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"Limerick is one of the most engaging historians writing today." --Richard White
The "settling" of the American West has been perceived throughout the world as a series of quaint, violent, and romantic adventures. But in fact, Patricia Nelson Limerick argues, the West has a history grounded primarily in economic reality; in hardheaded questions of profit, loss, competition, and consolidation. Here she interprets the stories and the characters in a new way: the trappers, traders, Indians, farmers, oilmen, cowboys, and sheriffs of the Old West "meant business" in more ways than one, and their descendents mean business today.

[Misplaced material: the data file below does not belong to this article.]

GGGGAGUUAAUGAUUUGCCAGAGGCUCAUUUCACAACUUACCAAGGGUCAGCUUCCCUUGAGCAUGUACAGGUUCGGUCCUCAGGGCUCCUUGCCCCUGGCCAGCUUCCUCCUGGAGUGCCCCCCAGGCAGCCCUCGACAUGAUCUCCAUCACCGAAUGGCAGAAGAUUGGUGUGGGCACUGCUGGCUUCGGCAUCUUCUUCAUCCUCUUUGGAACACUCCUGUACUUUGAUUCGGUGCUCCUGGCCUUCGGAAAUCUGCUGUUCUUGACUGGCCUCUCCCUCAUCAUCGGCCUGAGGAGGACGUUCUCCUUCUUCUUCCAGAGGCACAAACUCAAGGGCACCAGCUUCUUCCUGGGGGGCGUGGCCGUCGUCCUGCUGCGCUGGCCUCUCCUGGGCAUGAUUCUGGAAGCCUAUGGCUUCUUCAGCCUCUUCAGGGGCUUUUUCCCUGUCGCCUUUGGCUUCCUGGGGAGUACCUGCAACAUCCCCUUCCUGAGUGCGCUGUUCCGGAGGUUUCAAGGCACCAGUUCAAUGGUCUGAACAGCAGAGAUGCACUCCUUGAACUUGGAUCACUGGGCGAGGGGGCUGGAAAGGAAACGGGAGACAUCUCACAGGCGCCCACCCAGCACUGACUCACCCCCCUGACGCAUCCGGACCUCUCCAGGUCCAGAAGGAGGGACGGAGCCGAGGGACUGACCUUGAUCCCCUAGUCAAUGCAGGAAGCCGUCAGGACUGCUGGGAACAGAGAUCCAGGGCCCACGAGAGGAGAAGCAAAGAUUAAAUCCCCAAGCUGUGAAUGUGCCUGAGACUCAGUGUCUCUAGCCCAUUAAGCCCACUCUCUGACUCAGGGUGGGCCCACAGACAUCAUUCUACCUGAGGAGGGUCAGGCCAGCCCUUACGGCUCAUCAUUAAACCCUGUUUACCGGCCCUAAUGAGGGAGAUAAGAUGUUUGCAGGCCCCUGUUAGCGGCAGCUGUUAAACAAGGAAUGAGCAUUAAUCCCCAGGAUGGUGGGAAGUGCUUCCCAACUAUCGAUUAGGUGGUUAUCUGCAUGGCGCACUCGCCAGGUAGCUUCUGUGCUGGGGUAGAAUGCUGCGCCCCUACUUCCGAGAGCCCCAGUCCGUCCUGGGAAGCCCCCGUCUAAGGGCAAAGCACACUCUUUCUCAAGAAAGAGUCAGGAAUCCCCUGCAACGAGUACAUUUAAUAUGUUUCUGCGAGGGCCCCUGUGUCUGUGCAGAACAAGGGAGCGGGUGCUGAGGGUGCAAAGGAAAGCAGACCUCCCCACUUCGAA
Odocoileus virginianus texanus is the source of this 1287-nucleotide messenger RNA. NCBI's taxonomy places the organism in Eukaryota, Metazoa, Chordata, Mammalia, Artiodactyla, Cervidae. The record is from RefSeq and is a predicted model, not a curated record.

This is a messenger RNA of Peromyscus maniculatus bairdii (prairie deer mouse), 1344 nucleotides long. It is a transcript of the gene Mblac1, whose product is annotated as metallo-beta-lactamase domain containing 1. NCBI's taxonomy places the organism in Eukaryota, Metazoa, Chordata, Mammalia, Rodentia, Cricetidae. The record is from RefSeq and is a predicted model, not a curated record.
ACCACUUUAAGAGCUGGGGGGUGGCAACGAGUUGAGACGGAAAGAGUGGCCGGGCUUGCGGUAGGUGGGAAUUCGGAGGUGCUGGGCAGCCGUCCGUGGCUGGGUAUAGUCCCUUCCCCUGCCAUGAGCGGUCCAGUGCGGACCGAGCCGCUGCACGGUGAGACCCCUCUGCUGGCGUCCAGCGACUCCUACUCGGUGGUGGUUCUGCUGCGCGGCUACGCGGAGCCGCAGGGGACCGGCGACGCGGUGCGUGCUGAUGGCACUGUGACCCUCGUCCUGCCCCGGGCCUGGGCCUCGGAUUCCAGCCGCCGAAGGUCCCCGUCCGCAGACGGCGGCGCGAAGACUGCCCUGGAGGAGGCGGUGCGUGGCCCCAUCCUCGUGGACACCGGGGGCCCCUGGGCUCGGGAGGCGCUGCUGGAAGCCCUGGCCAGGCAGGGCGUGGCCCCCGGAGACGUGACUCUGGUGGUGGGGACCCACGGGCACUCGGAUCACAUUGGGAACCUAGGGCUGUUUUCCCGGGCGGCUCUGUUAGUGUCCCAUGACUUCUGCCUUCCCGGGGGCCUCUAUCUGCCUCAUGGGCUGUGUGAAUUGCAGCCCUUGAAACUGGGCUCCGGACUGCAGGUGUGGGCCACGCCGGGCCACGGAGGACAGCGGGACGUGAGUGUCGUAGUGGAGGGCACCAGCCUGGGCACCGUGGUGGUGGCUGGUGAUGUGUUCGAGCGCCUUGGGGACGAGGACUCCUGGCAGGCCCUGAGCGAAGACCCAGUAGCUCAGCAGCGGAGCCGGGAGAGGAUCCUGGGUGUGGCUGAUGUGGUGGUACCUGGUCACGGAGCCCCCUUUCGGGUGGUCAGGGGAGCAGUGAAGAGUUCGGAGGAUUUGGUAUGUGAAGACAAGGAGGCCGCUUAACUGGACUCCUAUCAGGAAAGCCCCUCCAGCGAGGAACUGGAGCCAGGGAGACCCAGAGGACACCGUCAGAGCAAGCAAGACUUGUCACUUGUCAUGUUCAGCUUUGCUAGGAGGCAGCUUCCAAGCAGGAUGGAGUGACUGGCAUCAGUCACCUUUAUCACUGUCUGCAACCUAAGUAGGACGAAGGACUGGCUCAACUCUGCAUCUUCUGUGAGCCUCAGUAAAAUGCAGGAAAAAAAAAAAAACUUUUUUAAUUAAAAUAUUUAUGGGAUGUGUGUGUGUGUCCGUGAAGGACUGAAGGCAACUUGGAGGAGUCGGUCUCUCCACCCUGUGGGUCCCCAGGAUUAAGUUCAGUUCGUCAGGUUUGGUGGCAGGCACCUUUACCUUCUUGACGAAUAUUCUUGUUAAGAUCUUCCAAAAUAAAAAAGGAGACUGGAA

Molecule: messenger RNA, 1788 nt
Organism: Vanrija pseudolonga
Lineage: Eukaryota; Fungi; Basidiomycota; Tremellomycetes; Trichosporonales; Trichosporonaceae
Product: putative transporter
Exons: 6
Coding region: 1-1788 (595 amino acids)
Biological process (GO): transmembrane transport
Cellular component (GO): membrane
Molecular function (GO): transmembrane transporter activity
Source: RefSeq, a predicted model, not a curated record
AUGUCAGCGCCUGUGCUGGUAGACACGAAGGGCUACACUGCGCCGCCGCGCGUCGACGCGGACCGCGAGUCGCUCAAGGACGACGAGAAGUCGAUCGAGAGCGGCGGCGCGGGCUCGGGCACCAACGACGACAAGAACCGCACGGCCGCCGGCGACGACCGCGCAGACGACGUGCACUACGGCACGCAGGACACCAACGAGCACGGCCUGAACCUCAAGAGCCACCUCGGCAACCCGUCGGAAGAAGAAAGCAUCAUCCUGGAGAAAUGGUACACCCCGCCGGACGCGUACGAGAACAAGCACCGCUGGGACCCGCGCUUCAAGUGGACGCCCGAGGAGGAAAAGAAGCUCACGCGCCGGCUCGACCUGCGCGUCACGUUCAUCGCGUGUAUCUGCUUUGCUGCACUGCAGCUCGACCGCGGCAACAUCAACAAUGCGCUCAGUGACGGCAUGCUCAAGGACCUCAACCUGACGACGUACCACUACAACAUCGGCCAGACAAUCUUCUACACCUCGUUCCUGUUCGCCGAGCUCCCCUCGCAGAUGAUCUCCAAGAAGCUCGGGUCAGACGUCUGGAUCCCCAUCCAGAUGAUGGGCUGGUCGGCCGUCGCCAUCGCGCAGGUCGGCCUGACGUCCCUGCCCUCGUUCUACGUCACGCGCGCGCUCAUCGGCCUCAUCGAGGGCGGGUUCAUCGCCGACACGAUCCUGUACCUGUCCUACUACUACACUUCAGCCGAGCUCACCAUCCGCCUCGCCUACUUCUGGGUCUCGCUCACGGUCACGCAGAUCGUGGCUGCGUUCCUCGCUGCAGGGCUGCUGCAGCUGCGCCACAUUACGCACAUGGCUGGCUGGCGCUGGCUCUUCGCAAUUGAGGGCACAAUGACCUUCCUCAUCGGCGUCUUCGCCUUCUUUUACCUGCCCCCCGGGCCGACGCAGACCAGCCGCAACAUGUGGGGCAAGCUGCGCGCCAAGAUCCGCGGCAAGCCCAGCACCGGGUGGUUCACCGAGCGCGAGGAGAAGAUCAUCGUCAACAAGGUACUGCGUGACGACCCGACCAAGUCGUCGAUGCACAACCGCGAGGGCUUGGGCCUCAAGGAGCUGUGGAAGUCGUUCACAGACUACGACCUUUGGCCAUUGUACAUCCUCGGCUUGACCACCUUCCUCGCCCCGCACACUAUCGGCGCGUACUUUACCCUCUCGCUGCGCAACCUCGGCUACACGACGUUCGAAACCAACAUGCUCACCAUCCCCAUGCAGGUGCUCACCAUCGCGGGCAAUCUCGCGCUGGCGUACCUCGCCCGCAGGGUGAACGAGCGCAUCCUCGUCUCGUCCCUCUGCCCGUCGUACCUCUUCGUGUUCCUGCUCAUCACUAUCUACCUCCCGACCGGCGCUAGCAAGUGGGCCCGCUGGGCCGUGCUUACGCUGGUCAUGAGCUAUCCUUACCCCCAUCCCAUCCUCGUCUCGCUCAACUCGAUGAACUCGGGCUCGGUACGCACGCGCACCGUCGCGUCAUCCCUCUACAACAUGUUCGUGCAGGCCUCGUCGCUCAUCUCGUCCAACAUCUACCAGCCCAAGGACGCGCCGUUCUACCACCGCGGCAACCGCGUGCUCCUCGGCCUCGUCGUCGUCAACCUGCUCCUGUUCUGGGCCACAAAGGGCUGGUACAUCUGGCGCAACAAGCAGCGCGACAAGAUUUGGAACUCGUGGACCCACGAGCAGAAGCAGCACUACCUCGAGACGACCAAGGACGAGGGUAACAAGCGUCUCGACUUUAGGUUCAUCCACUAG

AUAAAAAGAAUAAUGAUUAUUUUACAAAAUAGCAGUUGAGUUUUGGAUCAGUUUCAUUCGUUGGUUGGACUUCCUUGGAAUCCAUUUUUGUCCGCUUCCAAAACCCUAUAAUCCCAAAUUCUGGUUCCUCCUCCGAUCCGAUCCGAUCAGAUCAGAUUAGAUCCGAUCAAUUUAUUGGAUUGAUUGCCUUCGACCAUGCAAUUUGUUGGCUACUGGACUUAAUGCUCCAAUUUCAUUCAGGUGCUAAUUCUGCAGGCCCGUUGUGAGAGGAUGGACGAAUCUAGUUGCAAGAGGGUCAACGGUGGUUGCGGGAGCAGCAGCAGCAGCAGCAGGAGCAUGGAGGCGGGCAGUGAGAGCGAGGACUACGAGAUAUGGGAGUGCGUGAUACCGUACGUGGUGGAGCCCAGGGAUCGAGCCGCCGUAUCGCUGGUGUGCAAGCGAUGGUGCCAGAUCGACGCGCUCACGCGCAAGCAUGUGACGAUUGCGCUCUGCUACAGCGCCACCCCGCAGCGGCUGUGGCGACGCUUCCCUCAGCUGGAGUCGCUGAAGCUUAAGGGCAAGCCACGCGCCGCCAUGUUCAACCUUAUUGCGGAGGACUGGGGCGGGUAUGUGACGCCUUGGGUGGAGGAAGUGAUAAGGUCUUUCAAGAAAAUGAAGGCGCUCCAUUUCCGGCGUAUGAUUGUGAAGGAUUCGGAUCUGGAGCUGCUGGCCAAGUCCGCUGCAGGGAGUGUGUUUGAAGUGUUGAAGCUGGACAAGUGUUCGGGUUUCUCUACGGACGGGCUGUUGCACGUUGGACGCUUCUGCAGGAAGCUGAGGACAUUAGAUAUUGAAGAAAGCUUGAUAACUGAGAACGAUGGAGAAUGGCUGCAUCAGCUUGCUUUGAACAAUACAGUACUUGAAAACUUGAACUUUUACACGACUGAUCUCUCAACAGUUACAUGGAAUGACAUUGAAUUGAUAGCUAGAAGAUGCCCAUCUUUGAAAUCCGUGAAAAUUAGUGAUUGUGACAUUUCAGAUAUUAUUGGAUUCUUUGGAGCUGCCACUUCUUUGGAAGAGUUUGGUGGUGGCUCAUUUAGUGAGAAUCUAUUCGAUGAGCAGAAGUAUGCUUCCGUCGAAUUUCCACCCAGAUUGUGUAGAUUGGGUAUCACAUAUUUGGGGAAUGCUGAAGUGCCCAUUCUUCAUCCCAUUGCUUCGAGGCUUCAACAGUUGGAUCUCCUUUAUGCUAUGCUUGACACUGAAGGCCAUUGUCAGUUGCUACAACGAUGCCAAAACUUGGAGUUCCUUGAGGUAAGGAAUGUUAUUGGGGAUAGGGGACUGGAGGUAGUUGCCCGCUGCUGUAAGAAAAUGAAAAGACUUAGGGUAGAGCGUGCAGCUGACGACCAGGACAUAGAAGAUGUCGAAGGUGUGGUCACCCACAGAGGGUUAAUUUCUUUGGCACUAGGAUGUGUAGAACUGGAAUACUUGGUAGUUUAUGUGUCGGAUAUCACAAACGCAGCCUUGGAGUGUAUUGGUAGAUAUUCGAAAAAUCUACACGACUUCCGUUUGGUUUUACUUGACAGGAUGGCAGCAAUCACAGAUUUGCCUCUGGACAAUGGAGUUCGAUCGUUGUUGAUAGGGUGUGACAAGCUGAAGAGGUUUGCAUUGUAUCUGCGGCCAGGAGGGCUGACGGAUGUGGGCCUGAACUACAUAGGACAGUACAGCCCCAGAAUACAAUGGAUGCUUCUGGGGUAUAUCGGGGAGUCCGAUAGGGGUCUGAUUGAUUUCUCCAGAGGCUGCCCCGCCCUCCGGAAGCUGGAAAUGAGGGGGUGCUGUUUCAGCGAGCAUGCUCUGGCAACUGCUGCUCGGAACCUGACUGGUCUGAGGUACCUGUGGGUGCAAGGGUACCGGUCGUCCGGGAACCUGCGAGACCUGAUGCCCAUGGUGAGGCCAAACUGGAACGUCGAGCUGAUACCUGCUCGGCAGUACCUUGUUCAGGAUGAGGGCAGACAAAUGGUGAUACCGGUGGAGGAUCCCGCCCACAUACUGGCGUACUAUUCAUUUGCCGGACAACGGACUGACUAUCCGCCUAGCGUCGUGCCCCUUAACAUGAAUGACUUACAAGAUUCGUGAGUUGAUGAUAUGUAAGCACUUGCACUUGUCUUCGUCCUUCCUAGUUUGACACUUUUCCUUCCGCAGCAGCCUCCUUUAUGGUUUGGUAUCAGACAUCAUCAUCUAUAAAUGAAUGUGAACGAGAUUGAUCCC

The popular image of Western history is our own creation myth, writes the author, who teaches history at the University of Colorado. Frederick Jackson Turner's ethnocentric, nationalistic frontier is passe; modern historians have deemphasized the frontier, focusing on economics and the diversity of Western settlers. Limerick shows us a competitive, contentious West, an important meeting ground for Indians, Latin-Americans, Anglo- and Afro- Americans and Asians. On the subject of Western violence, she notes that the frontier environment is not a proper explanation for incidents involving Hispanics, Chinese, Japanese, blacks, Mormons, strikers and radicals. Limerick examines the key role of federal money in Western economya major issue of continuity in the area's history; she discusses "borderland'' (Hispanic) history and immigration restrictions. History buffs will appreciate this dynamic perspective on the real, as opposed to fantasy, West. Photos not seen by PW.